Mrs. Quigley kept a silent watch over Trajan once he returned to school, channeling her concern for him through the vague hopes teachers tend to have for their pupils, especially those whose situation seems beyond their mettle to handle on their own. She went to find Trajan the day Paulo Ramirez was caught smoking reefer in the boys’ bathroom. Trajan and Paulo knew one another by association alone, by consequence of Trajan’s father having taken up residence with Paulo’s mother.
Chester hung his coat on the same hook each night, dropped his keys in a dish on the kitchen counter, yet continued to question where he belonged. He’d purchased a fresh doormat from the Kiwanis Club the year he and Dottie split up, its fabric the color of a paper grocery bag, embossed with a crimson H for Hopkins, one of four fall colors he was asked to choose from: crimson, amber, pumpkin, evergreen. It sat resting outside his ex-wife’s front door. She was Hopkins. Trajan and Langston were Hopkins too. The mat had no place outside his current residence.
Chester had been the one to answer when the school called to inform Mrs. Ramirez of her son’s suspension. Coincidence placed him next to the phone, a string of nearby deliveries permitting him to break for lunch in the relative comfort of home rather than the front seat of his truck. The hairs on his forearm said to let the phone ring. No one would be calling to speak with him this time of day.
He ignored his original instincts and picked up the receiver, which landed him in the principal’s office to cause quite a commotion, by all indications. The walls shook with the sound of his thunder, the waiting area outside the principal’s office awash with frenetic energy, loud foreboding sent to terrorize the sprinkling of kids lined up outside the office door who’d been undoubtedly called to answer to lesser charges.
“You must be out of your goddamned mind if you think I’m going to run up here every time you decide to act a fool,” Chester bellowed for the whole school to hear. “Norwich Police can come get you for all I care. It’ll piss your mother off something awful, but I’d rather deal with her than stand here to account for your good-for-nothing ass.”
Mrs. Quigley pushed the door open and poked her head in to tell them Trajan was outside wishing to speak with his father. Chester proceeded to pace the carpeted floor, hurling insults in the direction of Paulo’s bowed head. He looked haggard, beat, from half a day’s work, his recent handful of troubles, a lifetime of buried regrets.
Trajan hadn’t spoken to his father since the holidays, a quick exchange of gifts outside his mother’s house before Chester headed home to his second family, a second set of makeshift joys to celebrate. Had the two been in closer contact, Trajan might not have noticed the subtle shift in his father’s demeanor: the long slope of his forehead gone slack, smooth skin replacing the hard crinkles on his brow; dull eyes narrowed from endless worry that looked past anything that wasn’t immediately in his way; his feet wearing a groove into a path along which he wouldn’t wish his worst enemy.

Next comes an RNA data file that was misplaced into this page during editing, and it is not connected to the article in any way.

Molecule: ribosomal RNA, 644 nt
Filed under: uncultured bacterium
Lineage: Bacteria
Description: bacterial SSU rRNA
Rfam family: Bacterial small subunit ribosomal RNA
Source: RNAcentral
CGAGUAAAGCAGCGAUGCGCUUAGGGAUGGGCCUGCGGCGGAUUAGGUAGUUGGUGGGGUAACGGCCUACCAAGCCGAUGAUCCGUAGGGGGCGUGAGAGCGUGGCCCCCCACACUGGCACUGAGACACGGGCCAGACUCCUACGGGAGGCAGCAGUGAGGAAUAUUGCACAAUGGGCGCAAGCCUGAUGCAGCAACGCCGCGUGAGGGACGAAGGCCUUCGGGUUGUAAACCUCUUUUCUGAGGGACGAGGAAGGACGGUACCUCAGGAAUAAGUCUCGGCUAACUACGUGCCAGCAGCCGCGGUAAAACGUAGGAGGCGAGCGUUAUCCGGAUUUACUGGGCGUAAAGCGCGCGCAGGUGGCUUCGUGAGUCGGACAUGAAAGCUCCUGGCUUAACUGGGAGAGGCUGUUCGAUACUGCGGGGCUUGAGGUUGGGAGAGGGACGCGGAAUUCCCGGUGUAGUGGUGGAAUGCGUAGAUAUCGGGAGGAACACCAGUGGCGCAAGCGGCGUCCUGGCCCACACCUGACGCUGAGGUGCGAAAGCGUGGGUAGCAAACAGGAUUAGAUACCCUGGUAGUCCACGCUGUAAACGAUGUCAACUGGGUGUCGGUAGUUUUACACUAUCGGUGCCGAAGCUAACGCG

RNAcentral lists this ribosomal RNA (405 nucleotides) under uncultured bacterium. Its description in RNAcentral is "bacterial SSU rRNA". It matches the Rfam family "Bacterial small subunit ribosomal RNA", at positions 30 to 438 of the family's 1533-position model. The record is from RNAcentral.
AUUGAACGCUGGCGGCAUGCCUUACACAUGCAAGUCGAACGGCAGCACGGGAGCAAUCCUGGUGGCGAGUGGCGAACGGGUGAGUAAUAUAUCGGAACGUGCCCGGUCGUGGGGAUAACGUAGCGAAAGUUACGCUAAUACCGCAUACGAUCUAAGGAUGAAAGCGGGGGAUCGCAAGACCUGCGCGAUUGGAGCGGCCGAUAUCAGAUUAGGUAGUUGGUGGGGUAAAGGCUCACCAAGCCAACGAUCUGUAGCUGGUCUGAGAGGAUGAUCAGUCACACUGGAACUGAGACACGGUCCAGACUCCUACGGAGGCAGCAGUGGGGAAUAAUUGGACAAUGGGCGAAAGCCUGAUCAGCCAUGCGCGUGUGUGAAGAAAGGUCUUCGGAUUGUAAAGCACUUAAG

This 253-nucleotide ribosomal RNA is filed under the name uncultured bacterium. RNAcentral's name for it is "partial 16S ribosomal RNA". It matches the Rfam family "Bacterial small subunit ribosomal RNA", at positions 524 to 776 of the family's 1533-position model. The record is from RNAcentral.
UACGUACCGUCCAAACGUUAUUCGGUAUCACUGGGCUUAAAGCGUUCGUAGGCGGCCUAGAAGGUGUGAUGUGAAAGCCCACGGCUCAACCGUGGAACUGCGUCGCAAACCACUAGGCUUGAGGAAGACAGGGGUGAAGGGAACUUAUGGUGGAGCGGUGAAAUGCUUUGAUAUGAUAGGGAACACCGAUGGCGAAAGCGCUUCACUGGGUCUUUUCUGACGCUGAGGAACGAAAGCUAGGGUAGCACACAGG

“What’s happening, Pops?” Trajan asked, imitating his brother, his tone intentionally aloof in an attempt to defuse their father’s anger.
“Now is not a good time, son.” Chester had taken to referring to Trajan exclusively as son, looking to reinforce the bond. Langston he called by name, like saying Tuesday instead of yesterday when the day amounts to the same. Let enough time pass and yesterday slips into the day before yesterday and then the day before that, becoming quickly forgotten as the balance of the week piles on. The name, Tuesday, remains unambiguous, not easily misplaced.
“When is it going to be a good time?” Trajan asked. “We eventually have to talk about it.”
Mrs. Quigley excused herself, motioning for the vice principal to follow suit. Principal Adams remained out of obligation to oversee any family conference held on school grounds. Even a discussion between a father and his son about the death of the other son required him to remain in attendance. Paulo stood by like an innocent bystander despite having stirred the commotion in the first place. He needed to hear this too. He needed to understand what had Chester so boxed in, seeing how the two shared a roof.
“Why is it you always seem angry?” Trajan asked, sensing the temperature in the room rising, his father threatening to boil over again.
Chester puzzled on Trajan’s face a good long while before answering, trying to determine the full intent behind his son’s question. “I’m not living the life I hoped to lead.”
“Which life did you hope to lead?” Trajan asked him.
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